WASHINGTON — After a 50-year hiatus from satellite development, the U.S. Army has gotten back in the game with plans to launch several tiny satellites this September and next fall that will demonstrate communications and remote sensing capabilities, a service official said.

Enabled by electronics technology advances that allow more capability to be crammed into ever-smaller packages, the Army envisions one day building and operating its own satellites to support forces in the field, said John London, director of nanosatellite technology programs at Army Space and Missile Defense Command (SMDC) in Huntsville, Ala.

Under the SMDC-Operational Nanosatellite Effect (ONE) program, SMDC is developing several tiny communications satellites, the first of which is slated to launch Sept. 23 as a secondary payload on a Falcon 9 medium-lift rocket built by Space Exploration Technologies Corp. (SpaceX) of Hawthorne, Calif. The primary payload on that mission is SpaceX’s Dragon space logistics capsule, which along with Falcon 9 was developed with funding help via NASA’s Commercial Orbital Transportation Services program.

Two more ONE satellites are slated to fly next fall aboard SpaceX’s Falcon 1e small rocket. The primary payload on that mission is a larger experimental imaging craft, also built for the Army.

The last satellite developed by the Army was launched in October 1960; the Air Force and Navy have since built the vast majority of unclassified U.S. military satellites. The Army nonetheless has a need for tactical satellite capabilities that respond directly to the service’s tasking commands, London said in a July 29 interview.

“I think what’s opened the door for this is the advancement of technology,” London said. “When you look at the amount of power that can be put into something as small as a cell phone, the electronics revolution of the last 20 years has really opened the door to putting an enormous amount of power and capability into small packages. If you couple that with the development of cubesat technologies that really started in academia, we recognized there was an enormous opportunity to put capability into a very small package at very low cost.”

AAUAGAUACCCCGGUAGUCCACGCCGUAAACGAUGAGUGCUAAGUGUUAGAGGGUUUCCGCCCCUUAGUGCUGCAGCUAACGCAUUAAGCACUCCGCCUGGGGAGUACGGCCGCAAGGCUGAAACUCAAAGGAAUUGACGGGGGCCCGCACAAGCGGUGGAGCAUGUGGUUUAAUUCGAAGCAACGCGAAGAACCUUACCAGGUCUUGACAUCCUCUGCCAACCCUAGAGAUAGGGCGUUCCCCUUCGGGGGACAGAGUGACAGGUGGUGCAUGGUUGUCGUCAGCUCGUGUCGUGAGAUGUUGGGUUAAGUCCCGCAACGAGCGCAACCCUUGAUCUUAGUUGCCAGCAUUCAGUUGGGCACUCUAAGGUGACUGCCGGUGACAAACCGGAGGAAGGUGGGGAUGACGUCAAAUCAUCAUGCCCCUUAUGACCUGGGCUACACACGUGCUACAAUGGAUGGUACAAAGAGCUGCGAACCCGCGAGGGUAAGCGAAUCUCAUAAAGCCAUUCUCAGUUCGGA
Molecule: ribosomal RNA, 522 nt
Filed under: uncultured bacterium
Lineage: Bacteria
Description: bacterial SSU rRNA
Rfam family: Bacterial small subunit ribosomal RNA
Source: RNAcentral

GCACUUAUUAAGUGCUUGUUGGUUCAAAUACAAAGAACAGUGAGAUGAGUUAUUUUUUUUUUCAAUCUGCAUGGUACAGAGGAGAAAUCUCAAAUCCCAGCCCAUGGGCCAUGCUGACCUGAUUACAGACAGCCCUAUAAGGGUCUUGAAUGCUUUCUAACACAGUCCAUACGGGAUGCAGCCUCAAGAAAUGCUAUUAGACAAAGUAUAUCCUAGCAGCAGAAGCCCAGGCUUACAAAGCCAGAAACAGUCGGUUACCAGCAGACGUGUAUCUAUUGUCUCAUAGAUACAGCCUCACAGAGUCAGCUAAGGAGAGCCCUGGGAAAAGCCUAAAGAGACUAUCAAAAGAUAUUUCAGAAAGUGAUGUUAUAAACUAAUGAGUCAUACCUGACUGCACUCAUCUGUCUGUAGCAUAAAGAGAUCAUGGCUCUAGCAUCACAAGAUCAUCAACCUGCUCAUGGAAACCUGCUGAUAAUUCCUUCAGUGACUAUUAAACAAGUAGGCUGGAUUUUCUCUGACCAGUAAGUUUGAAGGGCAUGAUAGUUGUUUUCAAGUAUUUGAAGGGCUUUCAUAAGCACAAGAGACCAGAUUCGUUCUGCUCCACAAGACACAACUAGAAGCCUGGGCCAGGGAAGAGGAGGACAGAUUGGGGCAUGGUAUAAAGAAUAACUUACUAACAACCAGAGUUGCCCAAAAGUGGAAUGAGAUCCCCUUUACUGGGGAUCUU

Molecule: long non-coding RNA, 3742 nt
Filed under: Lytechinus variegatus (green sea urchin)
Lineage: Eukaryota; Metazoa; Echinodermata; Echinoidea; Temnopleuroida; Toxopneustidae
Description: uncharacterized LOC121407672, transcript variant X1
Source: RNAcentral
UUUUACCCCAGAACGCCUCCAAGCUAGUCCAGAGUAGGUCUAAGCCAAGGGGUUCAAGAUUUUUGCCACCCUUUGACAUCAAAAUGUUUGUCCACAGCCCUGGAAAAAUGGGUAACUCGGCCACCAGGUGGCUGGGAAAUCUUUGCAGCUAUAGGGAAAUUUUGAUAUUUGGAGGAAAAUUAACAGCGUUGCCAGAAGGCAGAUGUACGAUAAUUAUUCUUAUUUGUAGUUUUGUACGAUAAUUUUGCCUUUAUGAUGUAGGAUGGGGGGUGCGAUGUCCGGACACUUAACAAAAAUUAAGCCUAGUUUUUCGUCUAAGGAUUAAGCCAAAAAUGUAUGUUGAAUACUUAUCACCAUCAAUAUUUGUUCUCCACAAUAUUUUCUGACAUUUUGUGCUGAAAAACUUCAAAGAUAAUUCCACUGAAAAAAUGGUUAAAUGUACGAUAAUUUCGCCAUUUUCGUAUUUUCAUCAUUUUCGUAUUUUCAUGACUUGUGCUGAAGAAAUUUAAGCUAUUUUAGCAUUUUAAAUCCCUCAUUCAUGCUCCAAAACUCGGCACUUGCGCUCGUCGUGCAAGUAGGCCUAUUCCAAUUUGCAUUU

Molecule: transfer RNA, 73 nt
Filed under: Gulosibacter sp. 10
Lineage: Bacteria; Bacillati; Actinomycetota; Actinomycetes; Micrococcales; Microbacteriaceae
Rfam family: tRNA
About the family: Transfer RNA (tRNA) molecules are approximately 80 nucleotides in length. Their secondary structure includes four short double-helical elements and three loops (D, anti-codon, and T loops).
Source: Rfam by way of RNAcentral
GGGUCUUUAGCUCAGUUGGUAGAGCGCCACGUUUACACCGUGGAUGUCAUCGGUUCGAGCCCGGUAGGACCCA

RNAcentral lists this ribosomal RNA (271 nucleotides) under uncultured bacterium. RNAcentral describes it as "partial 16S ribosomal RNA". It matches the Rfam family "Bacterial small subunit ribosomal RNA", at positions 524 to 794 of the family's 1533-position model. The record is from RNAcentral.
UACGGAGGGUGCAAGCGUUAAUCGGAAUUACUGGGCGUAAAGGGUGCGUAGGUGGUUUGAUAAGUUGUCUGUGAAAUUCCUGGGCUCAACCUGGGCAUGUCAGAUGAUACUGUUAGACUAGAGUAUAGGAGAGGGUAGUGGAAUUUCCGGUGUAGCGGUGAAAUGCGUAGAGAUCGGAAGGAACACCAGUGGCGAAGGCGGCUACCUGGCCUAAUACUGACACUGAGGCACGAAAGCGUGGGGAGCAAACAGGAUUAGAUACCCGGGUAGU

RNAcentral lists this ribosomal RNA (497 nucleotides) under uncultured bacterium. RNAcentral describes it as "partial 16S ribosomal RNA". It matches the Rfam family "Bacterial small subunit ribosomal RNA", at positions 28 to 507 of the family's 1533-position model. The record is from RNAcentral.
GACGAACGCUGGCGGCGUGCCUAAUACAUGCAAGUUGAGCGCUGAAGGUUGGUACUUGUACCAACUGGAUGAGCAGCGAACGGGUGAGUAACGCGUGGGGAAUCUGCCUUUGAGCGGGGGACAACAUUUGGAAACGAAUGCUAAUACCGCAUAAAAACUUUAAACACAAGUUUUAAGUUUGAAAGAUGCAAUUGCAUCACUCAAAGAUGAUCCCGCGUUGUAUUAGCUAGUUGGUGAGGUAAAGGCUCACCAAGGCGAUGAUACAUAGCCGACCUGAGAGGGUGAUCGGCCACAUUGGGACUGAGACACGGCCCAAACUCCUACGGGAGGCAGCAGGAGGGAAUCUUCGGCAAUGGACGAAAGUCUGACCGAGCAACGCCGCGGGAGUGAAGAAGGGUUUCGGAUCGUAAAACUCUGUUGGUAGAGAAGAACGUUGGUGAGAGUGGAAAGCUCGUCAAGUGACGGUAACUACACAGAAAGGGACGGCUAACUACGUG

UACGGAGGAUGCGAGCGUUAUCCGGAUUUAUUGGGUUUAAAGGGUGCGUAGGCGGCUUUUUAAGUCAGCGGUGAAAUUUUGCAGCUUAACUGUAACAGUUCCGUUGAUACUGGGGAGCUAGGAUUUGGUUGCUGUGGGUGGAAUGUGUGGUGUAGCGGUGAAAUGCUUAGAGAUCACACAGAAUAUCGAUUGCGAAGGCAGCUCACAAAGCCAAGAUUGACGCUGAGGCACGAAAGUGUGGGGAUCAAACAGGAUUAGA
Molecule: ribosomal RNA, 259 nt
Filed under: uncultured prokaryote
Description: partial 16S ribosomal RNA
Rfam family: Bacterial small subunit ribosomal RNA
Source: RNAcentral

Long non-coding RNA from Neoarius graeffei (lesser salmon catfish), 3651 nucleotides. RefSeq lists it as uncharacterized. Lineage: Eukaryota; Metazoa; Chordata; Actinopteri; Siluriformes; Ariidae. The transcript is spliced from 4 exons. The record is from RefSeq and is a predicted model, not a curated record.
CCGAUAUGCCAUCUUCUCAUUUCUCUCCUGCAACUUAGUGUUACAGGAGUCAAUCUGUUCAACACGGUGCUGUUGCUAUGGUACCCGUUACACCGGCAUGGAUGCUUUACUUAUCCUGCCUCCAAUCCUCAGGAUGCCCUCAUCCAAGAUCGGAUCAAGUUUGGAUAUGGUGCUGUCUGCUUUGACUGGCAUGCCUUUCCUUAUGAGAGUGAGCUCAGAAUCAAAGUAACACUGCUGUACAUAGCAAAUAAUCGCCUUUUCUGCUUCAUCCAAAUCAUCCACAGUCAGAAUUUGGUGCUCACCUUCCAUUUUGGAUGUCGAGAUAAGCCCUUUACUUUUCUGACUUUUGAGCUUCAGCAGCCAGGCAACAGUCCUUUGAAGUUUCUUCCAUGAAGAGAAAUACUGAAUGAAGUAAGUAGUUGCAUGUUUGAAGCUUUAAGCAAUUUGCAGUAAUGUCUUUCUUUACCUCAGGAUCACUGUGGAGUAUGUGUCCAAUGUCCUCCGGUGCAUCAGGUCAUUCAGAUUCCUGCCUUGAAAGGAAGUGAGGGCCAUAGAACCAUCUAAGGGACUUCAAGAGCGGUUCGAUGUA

Cubesats are standardized satellite platforms that, as the name implies, are shaped like a small box measuring 10 centimeters on each side. Because of their low cost and small size — they are relatively easy to accommodate as secondary payloads — cubesats are increasingly popular not only with university researchers but also with government agencies. The September Falcon 9 launch, for example, also will carry two experimental cubesats for the U.S. National Reconnaissance Office, which is known for building very large spy satellites, and two for the U.S. Department of Energy’s Los Alamos National Laboratory.

SMDC began working on the ONE program in 2008, contracting with Miltec Missiles and Space of Huntsville to design and deliver 10 so-called 3U cubesats — three cubesats attached end to end — each about the size of a small loaf of bread. After one year of development, Miltec delivered two engineering models and eight flight-qualified satellites in April 2009, London said. The satellites cost about $700,000 apiece including research and development, and future copies could be much less expensive, he said.

The ONE satellites are designed to demonstrate a low-data-rate communications capability that could eventually be used to receive and transmit data from so-called friendly emitters such as unattended ground stations or cargo containers. In the experiment, the satellites will be used to send data back and forth between ground stations in Huntsville and Colorado Springs, Colo.

Two more ONE satellites are scheduled to launch next fall on the Falcon 1e. One will be a clone of the one slated to fly this September; the other will feature a new software defined radio payload being developed by the Pentagon’s Operationally Responsive Space (ORS) Office, London said.

The launch is being managed by the ORS Office and is called the ORS Enabler mission. It will be the first launch to feature a new payload adapter called the wafer, an aluminum disk that can carry up to eight 3U cubesats. Two wafers carrying as many as 16 payloads combined will be stacked between the rocket’s upper stage and its primary payload.

The primary payload on the ORS Enabler mission is SMDC’s experimental Kestrel Eye imaging satellite built by Maryland Aerospace of Crofton, Md. The 14-kilogram satellite will feature ground resolution of about 1.5 meters — meaning ground features that size and larger can be distinguished in its imagery — and it will be tasked to collect imagery and downlink it to users during the same orbital pass, London said.

“What Kestrel Eye brings to the table in our mind is not what this individual satellite will do, but if we’re successful in demonstrating its capability, it opens the door to the possibility of launching quantities of these satellites,” London said. “If you can put a lot of apertures on orbit, it starts to open up all kinds of possibilities for the warfighter on the ground to have near-persistent and potentially persistent ability to image targets that they need to see.”

SMDC also has plans for a second block of ONE satellites that would also be built by Miltec. The next-generation satellites will feature improvements including software defined radios, higher-frequency downlink antennas and reaction wheel-based pointing systems, London said.